A significant body of research now shows that providing a great customer experience is the main reason why customers advocate a brand. Delivering remarkable value and customer service creates advocacy. But this is a generalization. If we look more closely at why different types of customer are driven to advocate the technology products they use, there are different motivations that emerge. In this article, we’re going to look at the nuances of one particular group of technology buyers – the “innovators”.
Innovators are the fast movers. The people who are quick to see the value in a new technology. They are people of vision. They think about the future and they have their fingers on the pulse of new trends and new technologies. They know that there’s always a risk associated with the new, but they also know that cutting-edge strategies, methods and technologies can give them a business edge – if they’re fast and seize the advantage. They want to be the first to adopt new technologies, to gain that edge before the early adopters, early majority and late majority turn today’s cutting edge tech into tomorrow’s commodity.
When innovators spot a new technology category, one that can help them achieve their business objectives, they embrace it. They educate themselves on emerging best practices, they take a close look at the market in its infancy, they develop their own vision. They see the potential returns – even if there isn’t a quantifiable, watertight business case (because there are few established success metrics and few case studies on the cutting edge).
When they buy a new type of technology, innovators know that there are risks and uncertainties. They’ll probably need to experiment with the technology quite a lot to make it work for them. And they’ll have to do it largely on their own (as bleeding edge vendors often have little in the way of proven methods and supporting partners).
The many uncertainties usually dissuade the more risk-averse mainstream market buyers. For them, there are too many questions standing in the way. Does it actually work? Can we speak to a reference customer that matches our business profile? Will the vendor still be around in a year, or two years, or five years? Without a vendor backing the product, they’ll be left without updates and support. If it’s a cloud technology product, the technology itself may cease to exist overnight, leaving a gaping hole in their operations. In the absence of a strong vision, and no history of successfully gaining dividends by riding the innovation wave, mainstream market buyers resort to their default “wait and see” position.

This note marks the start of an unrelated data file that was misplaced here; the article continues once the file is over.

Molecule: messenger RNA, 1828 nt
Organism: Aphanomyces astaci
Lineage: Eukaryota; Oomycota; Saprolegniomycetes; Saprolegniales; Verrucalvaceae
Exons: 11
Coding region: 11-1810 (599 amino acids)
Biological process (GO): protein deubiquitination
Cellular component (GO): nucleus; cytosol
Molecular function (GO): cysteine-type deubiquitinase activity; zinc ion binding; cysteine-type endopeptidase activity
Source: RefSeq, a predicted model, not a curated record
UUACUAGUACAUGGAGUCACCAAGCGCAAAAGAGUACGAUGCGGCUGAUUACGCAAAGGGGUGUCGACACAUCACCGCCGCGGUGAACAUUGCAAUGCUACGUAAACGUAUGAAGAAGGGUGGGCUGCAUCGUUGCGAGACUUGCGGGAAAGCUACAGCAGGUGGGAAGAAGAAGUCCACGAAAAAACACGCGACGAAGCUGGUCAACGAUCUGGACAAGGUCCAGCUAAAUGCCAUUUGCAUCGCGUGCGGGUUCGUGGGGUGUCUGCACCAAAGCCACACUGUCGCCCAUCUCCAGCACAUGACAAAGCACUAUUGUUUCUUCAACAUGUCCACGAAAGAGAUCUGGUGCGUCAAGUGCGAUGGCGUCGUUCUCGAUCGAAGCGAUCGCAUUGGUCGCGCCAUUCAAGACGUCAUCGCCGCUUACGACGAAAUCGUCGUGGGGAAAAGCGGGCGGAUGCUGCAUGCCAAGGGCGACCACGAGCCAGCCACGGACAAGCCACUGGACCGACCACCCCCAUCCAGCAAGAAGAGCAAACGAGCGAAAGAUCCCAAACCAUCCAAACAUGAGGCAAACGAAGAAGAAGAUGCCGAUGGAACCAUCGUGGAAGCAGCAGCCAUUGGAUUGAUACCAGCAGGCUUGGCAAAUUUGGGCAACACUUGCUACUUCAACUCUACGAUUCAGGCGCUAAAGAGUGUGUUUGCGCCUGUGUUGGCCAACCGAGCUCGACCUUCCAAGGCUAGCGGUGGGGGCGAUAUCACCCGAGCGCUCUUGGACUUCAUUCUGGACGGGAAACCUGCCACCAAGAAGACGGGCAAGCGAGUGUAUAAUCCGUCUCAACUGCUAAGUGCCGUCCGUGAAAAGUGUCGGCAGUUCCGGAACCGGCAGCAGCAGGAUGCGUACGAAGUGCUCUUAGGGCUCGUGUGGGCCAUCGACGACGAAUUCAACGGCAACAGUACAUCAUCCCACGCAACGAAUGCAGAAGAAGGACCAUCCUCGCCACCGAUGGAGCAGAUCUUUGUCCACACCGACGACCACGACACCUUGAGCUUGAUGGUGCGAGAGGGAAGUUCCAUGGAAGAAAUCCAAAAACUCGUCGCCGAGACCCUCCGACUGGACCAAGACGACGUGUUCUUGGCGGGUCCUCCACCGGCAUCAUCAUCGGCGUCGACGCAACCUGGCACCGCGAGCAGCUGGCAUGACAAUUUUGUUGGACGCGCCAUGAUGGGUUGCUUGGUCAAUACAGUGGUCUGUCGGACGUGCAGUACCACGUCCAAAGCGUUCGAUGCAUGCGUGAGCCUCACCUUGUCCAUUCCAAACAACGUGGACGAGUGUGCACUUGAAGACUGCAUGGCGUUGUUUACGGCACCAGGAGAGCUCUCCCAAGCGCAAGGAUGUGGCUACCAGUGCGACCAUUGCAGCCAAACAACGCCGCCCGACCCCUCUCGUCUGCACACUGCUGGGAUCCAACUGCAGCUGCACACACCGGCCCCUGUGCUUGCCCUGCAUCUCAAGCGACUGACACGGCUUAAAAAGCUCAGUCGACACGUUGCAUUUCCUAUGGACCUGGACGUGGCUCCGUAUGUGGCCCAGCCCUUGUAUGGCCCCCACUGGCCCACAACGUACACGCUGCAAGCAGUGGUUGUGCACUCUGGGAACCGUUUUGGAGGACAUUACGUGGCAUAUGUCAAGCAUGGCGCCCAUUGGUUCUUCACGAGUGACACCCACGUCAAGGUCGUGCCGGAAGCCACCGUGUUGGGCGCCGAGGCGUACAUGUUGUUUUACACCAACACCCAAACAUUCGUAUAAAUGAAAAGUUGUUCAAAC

When innovators embrace a new technology, it’s often gut instinct that tells them that the benefits outweigh the risks…but they do want to negate the risks wherever possible. After all, no business can afford to hurl itself down a dead end too often. Naturally, Innovators want the vendor to stick around while they squeeze out value, so they advocate the vendor’s products to their peers (who tend to be other innovators). They know that for a technology vendor, more customers means more stability. More stability means a longer product life. And a longer product life means reduced risk for them. By making recommendations to their peers, they themselves drive sales and help keep the lights on at the vendor. Their recommendations are powerful indeed. Geoffrey Moore calls the phenomenon of customers creating more customers “enlistment” and it is an exceptionally powerful growth driver.
So although the general theme is that the route to brand advocacy is a solid, valuable customer experience, growing B2B tech companies need to understand that their early customer base has a vested interest in advocating their product to reduce the risk to themselves (as well as the kudos they gain for themselves as an industry trailblazer).
It is precisely this sort of reciprocal relationship that marketeers should be looking for when planning an advocate marketing program – and having a deep understanding of customers is fundamental – wherever your technology product currently sits on the innovation adoption lifecycle. It is only when marketers truly understand the psychographics of their customers that they can devise effective advocate marketing tactics that engage with targeted precision. Shotgun tactics (frequently driven by demanding sales managers, a desperate need to “win the popularity contest”, or to extend social reach) only really serve to maim your customer base in exchange for rapidly diminishing engagement levels.